WASHINGTON — In the wake of George Floyd's murder, thousands protested through the streets of DC to demand racial justice.
Many demonstrators marched over the now-iconic bold yellow letters of Black Lives Matter Plaza that Saturday marked their anniversary.
A year ago, on June 5, 2020, DC Mayor Muriel Bowser officially titled the newly-painted section of 16th Street near the White House 'Black Lives Matter Plaza' and declared "we welcome all peaceful protesters to Washington, DC."
Already a hot spot for demonstrations, the newly-christened Black Lives Matter Plaza became arguably the place in DC for demonstrators to be seen and heard.
It is a nexus in the nationwide push for racial equity.
"The message that everybody is trying to get across is basically you know 'we're tired of the injustice,'" said protester Brandon Randolph.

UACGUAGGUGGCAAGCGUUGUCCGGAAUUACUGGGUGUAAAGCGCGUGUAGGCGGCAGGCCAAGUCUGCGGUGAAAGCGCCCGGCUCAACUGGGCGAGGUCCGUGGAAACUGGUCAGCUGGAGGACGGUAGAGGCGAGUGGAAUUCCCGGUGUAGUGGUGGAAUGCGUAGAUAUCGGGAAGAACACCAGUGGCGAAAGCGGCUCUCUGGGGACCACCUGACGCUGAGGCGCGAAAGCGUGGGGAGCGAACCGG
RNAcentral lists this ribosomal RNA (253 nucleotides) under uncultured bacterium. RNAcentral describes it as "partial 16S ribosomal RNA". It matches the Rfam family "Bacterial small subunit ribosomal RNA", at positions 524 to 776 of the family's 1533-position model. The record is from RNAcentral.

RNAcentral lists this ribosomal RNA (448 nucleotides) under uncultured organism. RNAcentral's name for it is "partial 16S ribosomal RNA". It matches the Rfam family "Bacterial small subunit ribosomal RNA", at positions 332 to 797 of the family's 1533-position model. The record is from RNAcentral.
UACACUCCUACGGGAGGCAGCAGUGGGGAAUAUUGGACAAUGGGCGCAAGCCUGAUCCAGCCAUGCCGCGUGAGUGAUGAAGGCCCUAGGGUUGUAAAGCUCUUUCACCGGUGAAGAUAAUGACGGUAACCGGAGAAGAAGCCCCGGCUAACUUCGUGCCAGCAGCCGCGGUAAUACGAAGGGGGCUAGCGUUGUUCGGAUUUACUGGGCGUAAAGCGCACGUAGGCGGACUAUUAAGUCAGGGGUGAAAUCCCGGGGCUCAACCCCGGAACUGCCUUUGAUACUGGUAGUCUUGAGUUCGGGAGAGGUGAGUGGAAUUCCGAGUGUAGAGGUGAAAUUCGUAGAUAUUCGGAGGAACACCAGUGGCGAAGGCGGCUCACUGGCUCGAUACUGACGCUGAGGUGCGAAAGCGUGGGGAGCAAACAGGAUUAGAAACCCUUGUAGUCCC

It also was the site of some tense exchanges between protesters, counter protesters, and police.
But BLM Plaza also occasionally hosted celebrations, like the massive one after the 2020 election was called for now-President Joe Biden.
"As long as everybody is holding hands, not arguing with each other, that's a good thing," said one man at the celebration.
William Cole, a fitness trainer also known as Gym Jonez, marked Saturday's anniversary by leading a free workout at BLM Plaza.
In 2020, though, he says he was at BLM Plaza for a very reason.
"I easily could have been Ahmaud Arbery, I like to run ... I easily could have been George Floyd," he said. "That was the main thing just seeing ... the TV and just like 'wow, that could be me.'"
He participated in some of the protests at Black Lives Matter Plaza and thinks they were a positive step — but not the last.
"I think it was heard but the work isn't done," said Cole. "I think it was a start, we got the ball rolling but I think now it's time to implement some policies and really make some true change and put some writing behind all of that protesting."
Cole hopes to see Congress pass the George Floyd Justice in Policing Act. The version of the bill passed by the House in March prohibits chokeholds and no-knock warrants in drug cases among other police reforms.
So far the legislation has not cleared the Senate.